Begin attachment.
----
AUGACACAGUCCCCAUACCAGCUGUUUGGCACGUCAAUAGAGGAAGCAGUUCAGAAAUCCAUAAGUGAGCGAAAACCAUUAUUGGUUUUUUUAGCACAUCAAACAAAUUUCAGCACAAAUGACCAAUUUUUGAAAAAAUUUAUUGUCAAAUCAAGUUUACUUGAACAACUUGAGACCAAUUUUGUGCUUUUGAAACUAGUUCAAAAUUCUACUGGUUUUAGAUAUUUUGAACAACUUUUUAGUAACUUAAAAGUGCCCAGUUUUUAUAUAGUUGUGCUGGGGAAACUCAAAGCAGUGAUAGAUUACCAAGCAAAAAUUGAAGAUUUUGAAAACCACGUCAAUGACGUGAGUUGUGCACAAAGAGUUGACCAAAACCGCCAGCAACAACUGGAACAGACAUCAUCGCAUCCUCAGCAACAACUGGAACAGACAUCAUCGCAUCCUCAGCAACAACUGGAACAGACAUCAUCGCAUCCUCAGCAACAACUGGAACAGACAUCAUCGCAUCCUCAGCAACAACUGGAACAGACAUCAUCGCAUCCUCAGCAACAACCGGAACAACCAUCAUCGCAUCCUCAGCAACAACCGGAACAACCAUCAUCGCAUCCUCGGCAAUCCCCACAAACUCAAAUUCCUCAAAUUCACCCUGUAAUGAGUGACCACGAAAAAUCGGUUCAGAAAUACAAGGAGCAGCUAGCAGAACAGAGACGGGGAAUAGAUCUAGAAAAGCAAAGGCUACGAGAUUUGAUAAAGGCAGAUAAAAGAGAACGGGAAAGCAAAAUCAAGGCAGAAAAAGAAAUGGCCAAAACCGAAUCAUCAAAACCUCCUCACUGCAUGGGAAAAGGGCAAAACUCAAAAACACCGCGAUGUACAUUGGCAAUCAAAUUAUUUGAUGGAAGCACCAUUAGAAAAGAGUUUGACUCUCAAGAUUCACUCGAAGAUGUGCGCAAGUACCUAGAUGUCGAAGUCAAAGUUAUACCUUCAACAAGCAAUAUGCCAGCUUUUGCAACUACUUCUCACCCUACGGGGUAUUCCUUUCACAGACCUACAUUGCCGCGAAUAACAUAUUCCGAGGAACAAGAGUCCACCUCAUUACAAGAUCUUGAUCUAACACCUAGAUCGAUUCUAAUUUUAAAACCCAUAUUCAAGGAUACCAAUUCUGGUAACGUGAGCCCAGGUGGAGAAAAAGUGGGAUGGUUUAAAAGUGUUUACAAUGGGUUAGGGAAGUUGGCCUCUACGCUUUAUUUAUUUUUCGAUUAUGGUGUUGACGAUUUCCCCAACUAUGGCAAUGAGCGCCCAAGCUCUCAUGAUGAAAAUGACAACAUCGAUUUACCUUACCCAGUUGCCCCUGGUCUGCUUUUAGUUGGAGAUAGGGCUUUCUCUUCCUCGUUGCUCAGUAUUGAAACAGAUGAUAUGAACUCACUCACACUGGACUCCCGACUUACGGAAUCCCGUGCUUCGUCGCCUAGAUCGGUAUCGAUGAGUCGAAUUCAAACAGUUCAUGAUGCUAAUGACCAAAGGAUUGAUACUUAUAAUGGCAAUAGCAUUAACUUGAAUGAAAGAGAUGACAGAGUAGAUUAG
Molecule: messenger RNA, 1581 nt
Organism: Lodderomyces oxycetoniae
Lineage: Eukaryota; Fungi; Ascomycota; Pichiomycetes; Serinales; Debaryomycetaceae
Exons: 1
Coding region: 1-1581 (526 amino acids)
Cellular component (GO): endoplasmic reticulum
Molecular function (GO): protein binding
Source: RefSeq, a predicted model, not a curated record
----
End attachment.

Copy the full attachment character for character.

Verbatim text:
AUGACACAGUCCCCAUACCAGCUGUUUGGCACGUCAAUAGAGGAAGCAGUUCAGAAAUCCAUAAGUGAGCGAAAACCAUUAUUGGUUUUUUUAGCACAUCAAACAAAUUUCAGCACAAAUGACCAAUUUUUGAAAAAAUUUAUUGUCAAAUCAAGUUUACUUGAACAACUUGAGACCAAUUUUGUGCUUUUGAAACUAGUUCAAAAUUCUACUGGUUUUAGAUAUUUUGAACAACUUUUUAGUAACUUAAAAGUGCCCAGUUUUUAUAUAGUUGUGCUGGGGAAACUCAAAGCAGUGAUAGAUUACCAAGCAAAAAUUGAAGAUUUUGAAAACCACGUCAAUGACGUGAGUUGUGCACAAAGAGUUGACCAAAACCGCCAGCAACAACUGGAACAGACAUCAUCGCAUCCUCAGCAACAACUGGAACAGACAUCAUCGCAUCCUCAGCAACAACUGGAACAGACAUCAUCGCAUCCUCAGCAACAACUGGAACAGACAUCAUCGCAUCCUCAGCAACAACUGGAACAGACAUCAUCGCAUCCUCAGCAACAACCGGAACAACCAUCAUCGCAUCCUCAGCAACAACCGGAACAACCAUCAUCGCAUCCUCGGCAAUCCCCACAAACUCAAAUUCCUCAAAUUCACCCUGUAAUGAGUGACCACGAAAAAUCGGUUCAGAAAUACAAGGAGCAGCUAGCAGAACAGAGACGGGGAAUAGAUCUAGAAAAGCAAAGGCUACGAGAUUUGAUAAAGGCAGAUAAAAGAGAACGGGAAAGCAAAAUCAAGGCAGAAAAAGAAAUGGCCAAAACCGAAUCAUCAAAACCUCCUCACUGCAUGGGAAAAGGGCAAAACUCAAAAACACCGCGAUGUACAUUGGCAAUCAAAUUAUUUGAUGGAAGCACCAUUAGAAAAGAGUUUGACUCUCAAGAUUCACUCGAAGAUGUGCGCAAGUACCUAGAUGUCGAAGUCAAAGUUAUACCUUCAACAAGCAAUAUGCCAGCUUUUGCAACUACUUCUCACCCUACGGGGUAUUCCUUUCACAGACCUACAUUGCCGCGAAUAACAUAUUCCGAGGAACAAGAGUCCACCUCAUUACAAGAUCUUGAUCUAACACCUAGAUCGAUUCUAAUUUUAAAACCCAUAUUCAAGGAUACCAAUUCUGGUAACGUGAGCCCAGGUGGAGAAAAAGUGGGAUGGUUUAAAAGUGUUUACAAUGGGUUAGGGAAGUUGGCCUCUACGCUUUAUUUAUUUUUCGAUUAUGGUGUUGACGAUUUCCCCAACUAUGGCAAUGAGCGCCCAAGCUCUCAUGAUGAAAAUGACAACAUCGAUUUACCUUACCCAGUUGCCCCUGGUCUGCUUUUAGUUGGAGAUAGGGCUUUCUCUUCCUCGUUGCUCAGUAUUGAAACAGAUGAUAUGAACUCACUCACACUGGACUCCCGACUUACGGAAUCCCGUGCUUCGUCGCCUAGAUCGGUAUCGAUGAGUCGAAUUCAAACAGUUCAUGAUGCUAAUGACCAAAGGAUUGAUACUUAUAAUGGCAAUAGCAUUAACUUGAAUGAAAGAGAUGACAGAGUAGAUUAG
Molecule: messenger RNA, 1581 nt
Organism: Lodderomyces oxycetoniae
Lineage: Eukaryota; Fungi; Ascomycota; Pichiomycetes; Serinales; Debaryomycetaceae
Exons: 1
Coding region: 1-1581 (526 amino acids)
Cellular component (GO): endoplasmic reticulum
Molecular function (GO): protein binding
Source: RefSeq, a predicted model, not a curated record